- ‘Almost every week we’ve received photos of violent attacks on the homes of LGBTIQ+ human rights defenders.’
There has been a sharp increase in violence against human rights defenders who work on LGBT+ and sex worker issues during the COVID-19 pandemic.
That’s the findings of a new report that interviewed those defending the rights of LGBT+ people and sex workers in 13 countries.
They reported a stark increase in physical attacks, sexual assault, arrests, raids on their homes, and harassment by security forces in 2020.
Launching the report by Front Line Defenders, activist Amazin LeThi , said:
‘The human rights defenders who gave their stories to this investigation are enduring violent attacks, raids on shelters, arrests, and rampant stigmatization for peacefully demanding access to food, shelter and healthcare for their communities during the pandemic.
‘Each horrific story of violence and discrimination I heard was told by an activist who persists in their struggle despite the risks.’
‘Filling the gaps left by corrupt governments’
In Tanzania, advocates reported a spate of attacks on their homes after locals found out they were sheltering LGBT+ people and sex workers who were at risk of homelessness, hunger and police violence on the streets.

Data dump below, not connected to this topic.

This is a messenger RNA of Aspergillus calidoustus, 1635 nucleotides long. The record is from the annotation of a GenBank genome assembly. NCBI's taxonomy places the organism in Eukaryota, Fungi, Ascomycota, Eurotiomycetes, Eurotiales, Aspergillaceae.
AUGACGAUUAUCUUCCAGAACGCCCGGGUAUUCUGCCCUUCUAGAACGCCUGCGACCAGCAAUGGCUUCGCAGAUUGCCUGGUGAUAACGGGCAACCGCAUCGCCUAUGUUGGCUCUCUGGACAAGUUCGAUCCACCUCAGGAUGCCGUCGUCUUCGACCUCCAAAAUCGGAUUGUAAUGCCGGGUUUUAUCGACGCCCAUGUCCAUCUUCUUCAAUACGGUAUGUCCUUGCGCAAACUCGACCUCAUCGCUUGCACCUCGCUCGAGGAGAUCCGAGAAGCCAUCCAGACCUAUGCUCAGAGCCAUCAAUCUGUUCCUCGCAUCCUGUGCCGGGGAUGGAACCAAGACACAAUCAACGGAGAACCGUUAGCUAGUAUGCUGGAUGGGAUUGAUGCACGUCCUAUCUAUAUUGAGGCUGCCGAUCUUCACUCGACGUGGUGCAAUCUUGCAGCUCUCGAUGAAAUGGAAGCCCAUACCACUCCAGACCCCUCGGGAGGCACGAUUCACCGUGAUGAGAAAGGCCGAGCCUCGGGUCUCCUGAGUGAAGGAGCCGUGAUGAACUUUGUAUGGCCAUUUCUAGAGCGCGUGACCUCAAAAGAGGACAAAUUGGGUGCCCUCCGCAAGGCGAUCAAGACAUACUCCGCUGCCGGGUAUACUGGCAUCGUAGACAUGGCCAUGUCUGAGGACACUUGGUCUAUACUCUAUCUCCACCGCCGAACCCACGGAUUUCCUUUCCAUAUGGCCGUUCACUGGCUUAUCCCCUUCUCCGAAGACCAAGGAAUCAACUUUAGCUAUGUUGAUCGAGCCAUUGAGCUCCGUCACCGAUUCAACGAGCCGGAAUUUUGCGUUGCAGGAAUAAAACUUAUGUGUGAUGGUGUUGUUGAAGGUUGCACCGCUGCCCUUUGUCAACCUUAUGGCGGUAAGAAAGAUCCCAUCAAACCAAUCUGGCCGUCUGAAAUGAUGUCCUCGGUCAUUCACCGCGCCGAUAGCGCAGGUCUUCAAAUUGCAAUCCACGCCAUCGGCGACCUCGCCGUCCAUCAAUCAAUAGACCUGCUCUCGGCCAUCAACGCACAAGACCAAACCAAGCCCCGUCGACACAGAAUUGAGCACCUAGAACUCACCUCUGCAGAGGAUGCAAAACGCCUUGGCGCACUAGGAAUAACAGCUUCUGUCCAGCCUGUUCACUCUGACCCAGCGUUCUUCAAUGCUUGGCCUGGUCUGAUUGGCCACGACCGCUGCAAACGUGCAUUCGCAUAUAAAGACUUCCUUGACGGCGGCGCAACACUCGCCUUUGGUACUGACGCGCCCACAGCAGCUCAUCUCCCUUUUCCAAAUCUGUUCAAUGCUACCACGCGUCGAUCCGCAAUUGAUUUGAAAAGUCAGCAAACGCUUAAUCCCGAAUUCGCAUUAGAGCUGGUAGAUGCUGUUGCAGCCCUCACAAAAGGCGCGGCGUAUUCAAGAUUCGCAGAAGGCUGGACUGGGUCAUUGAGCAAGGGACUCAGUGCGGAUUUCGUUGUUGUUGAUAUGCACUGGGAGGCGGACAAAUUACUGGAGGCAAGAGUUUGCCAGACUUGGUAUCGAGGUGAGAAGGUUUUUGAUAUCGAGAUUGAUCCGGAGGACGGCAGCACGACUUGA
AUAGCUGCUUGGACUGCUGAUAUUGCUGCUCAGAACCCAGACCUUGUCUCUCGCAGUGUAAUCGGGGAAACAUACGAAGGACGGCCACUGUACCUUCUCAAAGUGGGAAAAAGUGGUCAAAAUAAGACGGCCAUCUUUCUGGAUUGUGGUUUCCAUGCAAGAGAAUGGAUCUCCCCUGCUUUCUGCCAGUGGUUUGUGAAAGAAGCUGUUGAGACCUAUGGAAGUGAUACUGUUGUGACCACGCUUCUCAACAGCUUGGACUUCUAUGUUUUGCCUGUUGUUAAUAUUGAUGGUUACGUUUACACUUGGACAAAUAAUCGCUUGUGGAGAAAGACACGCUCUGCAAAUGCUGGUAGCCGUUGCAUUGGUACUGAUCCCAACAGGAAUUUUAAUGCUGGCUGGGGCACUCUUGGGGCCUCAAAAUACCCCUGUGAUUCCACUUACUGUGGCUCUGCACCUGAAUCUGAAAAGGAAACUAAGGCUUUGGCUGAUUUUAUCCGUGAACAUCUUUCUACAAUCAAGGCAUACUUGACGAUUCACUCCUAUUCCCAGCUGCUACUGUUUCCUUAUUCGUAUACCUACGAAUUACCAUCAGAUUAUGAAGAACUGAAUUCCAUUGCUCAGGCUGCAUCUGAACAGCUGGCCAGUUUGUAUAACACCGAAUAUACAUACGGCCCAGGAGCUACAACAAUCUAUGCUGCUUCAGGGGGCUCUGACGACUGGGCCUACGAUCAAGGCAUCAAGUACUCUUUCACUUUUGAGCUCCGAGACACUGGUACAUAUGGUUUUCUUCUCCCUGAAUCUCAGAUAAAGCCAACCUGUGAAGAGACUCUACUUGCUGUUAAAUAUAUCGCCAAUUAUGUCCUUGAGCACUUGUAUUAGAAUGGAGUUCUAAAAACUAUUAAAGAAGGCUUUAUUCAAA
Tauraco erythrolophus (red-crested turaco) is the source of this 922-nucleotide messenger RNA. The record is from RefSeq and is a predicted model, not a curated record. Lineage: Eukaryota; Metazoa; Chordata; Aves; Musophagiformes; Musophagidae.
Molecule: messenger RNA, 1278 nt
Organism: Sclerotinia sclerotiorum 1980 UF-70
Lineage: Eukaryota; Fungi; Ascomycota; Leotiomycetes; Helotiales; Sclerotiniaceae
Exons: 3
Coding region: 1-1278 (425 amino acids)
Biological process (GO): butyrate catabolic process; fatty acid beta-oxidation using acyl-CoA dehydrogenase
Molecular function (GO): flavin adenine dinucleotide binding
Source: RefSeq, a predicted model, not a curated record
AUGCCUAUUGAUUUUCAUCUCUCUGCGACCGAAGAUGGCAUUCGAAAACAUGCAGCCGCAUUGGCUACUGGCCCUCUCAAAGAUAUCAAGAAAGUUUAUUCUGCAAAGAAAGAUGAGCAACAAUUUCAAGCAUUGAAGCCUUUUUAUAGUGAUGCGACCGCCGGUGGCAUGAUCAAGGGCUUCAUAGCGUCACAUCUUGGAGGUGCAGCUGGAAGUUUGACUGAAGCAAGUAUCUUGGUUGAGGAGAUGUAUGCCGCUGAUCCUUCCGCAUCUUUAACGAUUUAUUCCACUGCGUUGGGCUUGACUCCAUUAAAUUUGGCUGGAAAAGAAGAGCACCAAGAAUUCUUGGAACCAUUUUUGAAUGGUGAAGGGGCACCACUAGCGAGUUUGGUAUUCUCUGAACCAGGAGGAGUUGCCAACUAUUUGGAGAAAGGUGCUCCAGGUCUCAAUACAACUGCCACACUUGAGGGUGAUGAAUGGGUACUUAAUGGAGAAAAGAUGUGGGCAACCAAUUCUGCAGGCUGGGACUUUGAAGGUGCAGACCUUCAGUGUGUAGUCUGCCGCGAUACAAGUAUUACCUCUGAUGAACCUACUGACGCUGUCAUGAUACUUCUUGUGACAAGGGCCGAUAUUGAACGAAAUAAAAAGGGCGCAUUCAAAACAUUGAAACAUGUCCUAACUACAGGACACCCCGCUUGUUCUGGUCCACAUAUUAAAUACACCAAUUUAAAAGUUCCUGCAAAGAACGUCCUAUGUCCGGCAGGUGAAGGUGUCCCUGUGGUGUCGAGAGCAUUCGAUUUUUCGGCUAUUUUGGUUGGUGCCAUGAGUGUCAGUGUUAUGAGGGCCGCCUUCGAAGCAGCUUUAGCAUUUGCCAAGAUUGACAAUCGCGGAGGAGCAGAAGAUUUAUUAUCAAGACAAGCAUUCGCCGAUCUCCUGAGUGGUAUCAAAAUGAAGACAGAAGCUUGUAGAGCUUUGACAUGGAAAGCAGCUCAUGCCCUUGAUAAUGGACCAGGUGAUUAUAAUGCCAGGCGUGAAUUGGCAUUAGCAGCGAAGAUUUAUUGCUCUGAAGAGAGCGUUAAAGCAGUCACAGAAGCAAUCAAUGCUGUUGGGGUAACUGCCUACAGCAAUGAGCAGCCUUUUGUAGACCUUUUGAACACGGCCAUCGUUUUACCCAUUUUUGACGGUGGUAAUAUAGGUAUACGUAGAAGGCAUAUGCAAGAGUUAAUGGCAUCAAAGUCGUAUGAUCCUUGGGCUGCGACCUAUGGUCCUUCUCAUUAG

The report also documents mass arrests at the offices of LGBTI rights organisations and the authorities forcing medical clinics run by activists to close.
It lists cases where officers controlling checkpoints have sexually harassed and detained transgender advocates.
Meanwhile people around the world have spread homophobic and transphobic lies claiming that human rights defenders are spreading COVID-19.
All this has come at a time when the campaigners have struggled with the trauma of not being able to help everyone in their communities who needs it.
Erin Kilbride, researcher and author of the report, said:
‘Almost every week since COVID-19 began, we’ve received photos of violent attacks on the homes of LGBTIQ+ human rights defenders.
‘Activists around the world have turned their homes into emergency shelters for homeless community members, in part because collective care and mutual aid have always been foundational to queer life.
‘Defenders we spoke to are enduring severe physical, sexual and psychological trauma for helping their communities survive the pandemic.’
Meanwhile Andrew Anderson, executive director of Front Line Defenders, added:
‘LGBTIQ+ and sex worker rights defenders have continued their critical, life-saving work during COVID-19 despite immense threats to their physical and psychological health.
‘In addition to human rights advocacy and emergency response work, they are filling humanitarian gaps left by corrupt governments and discriminatory pandemic response programmes.
‘Now more than ever, we affirm our call to end attacks on marginalized defenders doing life-saving work on the ground.’